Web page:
BUSTED: Y&R RECASTS: ONE SHOULD STAY, ONE SHOULD GO
Throughout the course of her nine years on All My Children, Eden Riegel was impressive as Bianca. She won an Emmy for the role in 2005. After a recent disagreement with AMC, she joined The Young and the Restless, as a recast for the role of Heather Stevens.
At first, I thought I was having trouble disassociating Riegel from Bianca and that's why she wasn't working for me as Heather. It helps fans accept a recast if the actor physically resembles their predecessor, and barring that, then they should at least have some similar mannerisms so the character doesn't undergo apersonality transplant. The statuesque and brunette Riegel looks nothing like the previous Heather, petite blonde, Vail Bloom.
The more time passed however, I stopped seeing Riegel as Bianca and instead saw her as an unlikable new character. Bloom played Heather as tough and in charge on the outside, with a touch of vulnerability underneath. Her Heather wasn't afraid to go toe-to-toe with the powerful Victor Newman (Eric Braeden) and put him behind bars in her capacity as Assistant DA.
When her fiancée, Adam, cheated on her with a man, Bloom's Heather didn't cower in the corner and cry. She got mad and then got even by looking the other way while Adam's family tried him for his crimes in a "kangaroo court."
Riegel's Heather is timid, scared of her own shadow, and trying to steal someone else's man by parlaying her damsel in distress act into sympathy. Bloom's Heather was too confident to resort to such tricks, even after Adam's betrayal. The writers have done a 180 with the character and Riegel is the unfortunate recipient.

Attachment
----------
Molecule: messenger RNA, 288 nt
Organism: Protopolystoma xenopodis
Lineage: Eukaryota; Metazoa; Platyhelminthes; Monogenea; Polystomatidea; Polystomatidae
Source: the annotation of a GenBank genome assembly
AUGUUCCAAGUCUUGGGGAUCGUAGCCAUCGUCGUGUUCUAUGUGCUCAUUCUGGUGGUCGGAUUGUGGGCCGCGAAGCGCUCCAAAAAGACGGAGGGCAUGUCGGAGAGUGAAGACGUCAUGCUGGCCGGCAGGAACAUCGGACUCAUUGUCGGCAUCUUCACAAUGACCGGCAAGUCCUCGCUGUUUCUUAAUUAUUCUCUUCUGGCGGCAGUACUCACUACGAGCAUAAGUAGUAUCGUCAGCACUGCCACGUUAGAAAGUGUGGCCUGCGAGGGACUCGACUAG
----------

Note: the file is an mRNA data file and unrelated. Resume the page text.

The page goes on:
While Bloom had chemistry with Michael Muhney (Adam; himself a recast, albeit it a successful one), Riegel has none. She also lacks any connection with John Driscoll (Chance), the object of Heather's affection. She's stiff and out of place in all of her scenes, like she's trying too hard to fit in.
Y&R should save the big bucks they're paying Riegel and hire a no name who resembles the previous Heather, if not in appearance, than certainly in attitude. Or skip a step and bring back Bloom.
The other Y&R recast, Marcy Rylan, as Abby Newman, is fine in the role of Abby - if the writers hadn't so drastically altered the character overnight. In the span of a few weeks, Abby morphed from a sweet, shy, fifteen-year-old still mourning the recent deaths of her cousin and her step-dad, into an out of control twenty-something brat.
This new Abby is inexplicably obsessed with appearing naked in public on a misguided quest to land her own reality show. Huh?
Instead of bringing Rylan's Abby on like gangbusters, the writers should have taken their time easing her into the role. Abby could still have angst, but because of her grief, not because she wants her inheritance to finance her "career." This new Abby is completely out of left field, and Rylan's performance is borderline over the top and annoying.
When Rylan played Lizzie on Guiding Light, she was full of charm and sass as Lizzie schemed her way through life with a smile. She was adorable, not obnoxious. If Rylan can dial down Abby's sudden exuberant need for attention, and replace it with real emotions, she could start to sway fans to her side.
I'm not ready to pull the plug on Rylan yet, like I am with Riegel.
BLISSFUL: ALICE'S FAMILY REUNITES TO SENDS HER TO THE BIG DOUGHNUT IN THE SKY ON DAYS
Days of our Lives was like old home week for me the last three weeks. The show rolled out the red carpet for some of its beloved former stars so they could pay tribute to matriarch Alice Horton and her portrayer, Frances Reid. Reid passed away in February at age 95 after playing Alice for 42 years.
Instead of rushing a shoddy tribute on air in a timely manner, where many characters' absences would have to be explained, Executive Producer Ken Corday took his time to plan the perfect farewell to the character and the actress.